Minnesota, a state known for clean politics, ranks among the worst for financial disclosure from the judiciary, according to the Center for Public Integrity.
"Minnesota is at the back of the pack for financial disclosure requirements, ranking 45th in the country along with Iowa," the Center found in a nationwide study of disclosure required of supreme court justices. "It has a self-policing system for enforcing the disclosure rules, in which Supreme Court justices would be asked to rule on a complaint about themselves. And the state currently does not require judges to report gifts, investments such as stocks or any financial debts on the one-page form."
The Center gave Minnesota an "F," for its judicial disclosure requirements. Minnesota's low ranking on this score is not unusual -- the state often gets below average grades from good government groups that measure transparency and disclosure required of public officials.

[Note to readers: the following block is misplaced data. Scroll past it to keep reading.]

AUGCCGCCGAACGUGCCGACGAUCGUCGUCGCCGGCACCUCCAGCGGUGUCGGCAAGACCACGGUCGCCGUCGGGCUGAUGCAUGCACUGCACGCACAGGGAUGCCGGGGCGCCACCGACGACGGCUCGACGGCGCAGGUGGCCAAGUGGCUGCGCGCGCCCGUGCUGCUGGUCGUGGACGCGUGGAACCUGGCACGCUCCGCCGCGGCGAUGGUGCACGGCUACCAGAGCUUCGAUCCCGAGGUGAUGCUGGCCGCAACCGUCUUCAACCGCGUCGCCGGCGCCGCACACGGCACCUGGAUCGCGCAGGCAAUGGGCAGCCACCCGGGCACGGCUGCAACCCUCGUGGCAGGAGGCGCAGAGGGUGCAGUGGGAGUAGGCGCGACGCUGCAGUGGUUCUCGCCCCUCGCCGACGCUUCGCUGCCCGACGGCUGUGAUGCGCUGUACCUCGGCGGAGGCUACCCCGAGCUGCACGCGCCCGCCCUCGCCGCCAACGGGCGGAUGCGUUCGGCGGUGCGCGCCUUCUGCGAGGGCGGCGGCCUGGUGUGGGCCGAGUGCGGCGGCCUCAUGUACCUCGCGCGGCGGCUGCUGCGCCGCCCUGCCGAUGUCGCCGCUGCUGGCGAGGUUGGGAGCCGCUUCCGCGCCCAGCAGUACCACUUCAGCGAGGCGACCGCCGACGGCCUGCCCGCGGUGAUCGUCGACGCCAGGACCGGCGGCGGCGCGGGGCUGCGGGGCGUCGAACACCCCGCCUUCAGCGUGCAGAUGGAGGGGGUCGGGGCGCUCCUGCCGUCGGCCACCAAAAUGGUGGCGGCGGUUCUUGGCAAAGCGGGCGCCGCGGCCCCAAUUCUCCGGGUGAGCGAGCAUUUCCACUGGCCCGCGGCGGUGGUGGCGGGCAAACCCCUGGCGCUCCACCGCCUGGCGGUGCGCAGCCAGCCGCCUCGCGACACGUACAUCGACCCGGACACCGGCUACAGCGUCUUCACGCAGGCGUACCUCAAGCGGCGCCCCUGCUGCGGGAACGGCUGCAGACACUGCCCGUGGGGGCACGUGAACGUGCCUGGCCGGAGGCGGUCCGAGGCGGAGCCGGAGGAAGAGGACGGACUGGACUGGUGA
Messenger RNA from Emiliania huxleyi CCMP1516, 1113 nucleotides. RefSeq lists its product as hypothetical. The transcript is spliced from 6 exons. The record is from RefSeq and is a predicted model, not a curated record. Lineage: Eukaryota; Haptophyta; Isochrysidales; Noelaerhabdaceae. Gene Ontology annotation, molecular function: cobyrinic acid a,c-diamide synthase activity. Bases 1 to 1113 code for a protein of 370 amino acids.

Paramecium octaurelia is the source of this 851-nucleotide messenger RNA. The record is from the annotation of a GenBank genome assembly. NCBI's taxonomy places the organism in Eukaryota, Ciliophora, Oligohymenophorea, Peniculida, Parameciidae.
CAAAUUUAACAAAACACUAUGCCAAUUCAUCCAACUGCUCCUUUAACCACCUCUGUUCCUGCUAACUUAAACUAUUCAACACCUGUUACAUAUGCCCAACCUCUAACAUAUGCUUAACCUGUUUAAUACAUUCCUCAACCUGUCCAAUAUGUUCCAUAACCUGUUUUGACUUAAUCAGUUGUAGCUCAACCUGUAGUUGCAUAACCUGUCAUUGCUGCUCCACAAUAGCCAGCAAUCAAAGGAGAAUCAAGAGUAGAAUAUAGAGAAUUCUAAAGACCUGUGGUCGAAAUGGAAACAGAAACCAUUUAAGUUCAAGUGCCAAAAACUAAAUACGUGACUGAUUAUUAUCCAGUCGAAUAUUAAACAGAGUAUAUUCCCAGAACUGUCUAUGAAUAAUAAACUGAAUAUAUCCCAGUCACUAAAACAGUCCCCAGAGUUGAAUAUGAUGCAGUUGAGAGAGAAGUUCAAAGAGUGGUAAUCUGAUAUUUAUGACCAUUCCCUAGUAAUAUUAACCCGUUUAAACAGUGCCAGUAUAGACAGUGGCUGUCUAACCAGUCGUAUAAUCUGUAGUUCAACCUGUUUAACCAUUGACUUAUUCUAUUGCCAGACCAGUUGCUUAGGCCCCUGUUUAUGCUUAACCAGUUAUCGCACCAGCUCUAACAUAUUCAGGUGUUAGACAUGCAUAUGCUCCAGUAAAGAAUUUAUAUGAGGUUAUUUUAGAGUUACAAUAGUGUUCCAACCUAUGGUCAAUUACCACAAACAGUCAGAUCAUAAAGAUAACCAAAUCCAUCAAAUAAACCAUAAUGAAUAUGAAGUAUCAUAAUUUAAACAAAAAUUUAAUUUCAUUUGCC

Earlier this year the state's campaign finance agency and some lawmakers pushed for more financial disclosure from lawmakers and other public officials. While that proposal largely fell by the wayside, Minnesota did increase the disclosure required of the judiciary.
From the Center: "Minnesota is toughening its requirements starting next year, meaning its lousy grade will undoubtedly improve. Legislation passed this year will require judges to file an additional form that other state officials already file. The form will ask judges to report investments, locally owned real estate and even involvement in horse racing starting in January 2014."
Gov. Mark Dayton, speaking to a mostly Republican audience at the annual Minnesota Business Partnership dinner, repeated his familiar attack on the House GOP, blaming them for a legislative impasse on transportation.
In a relentlessly antagonistic debate, Clinton denounced Trump for keeping his business dealings secret and peddling a "racist lie" about Obama. He cast her as a "typical politician" as he sought to capitalize on Americans' frustration.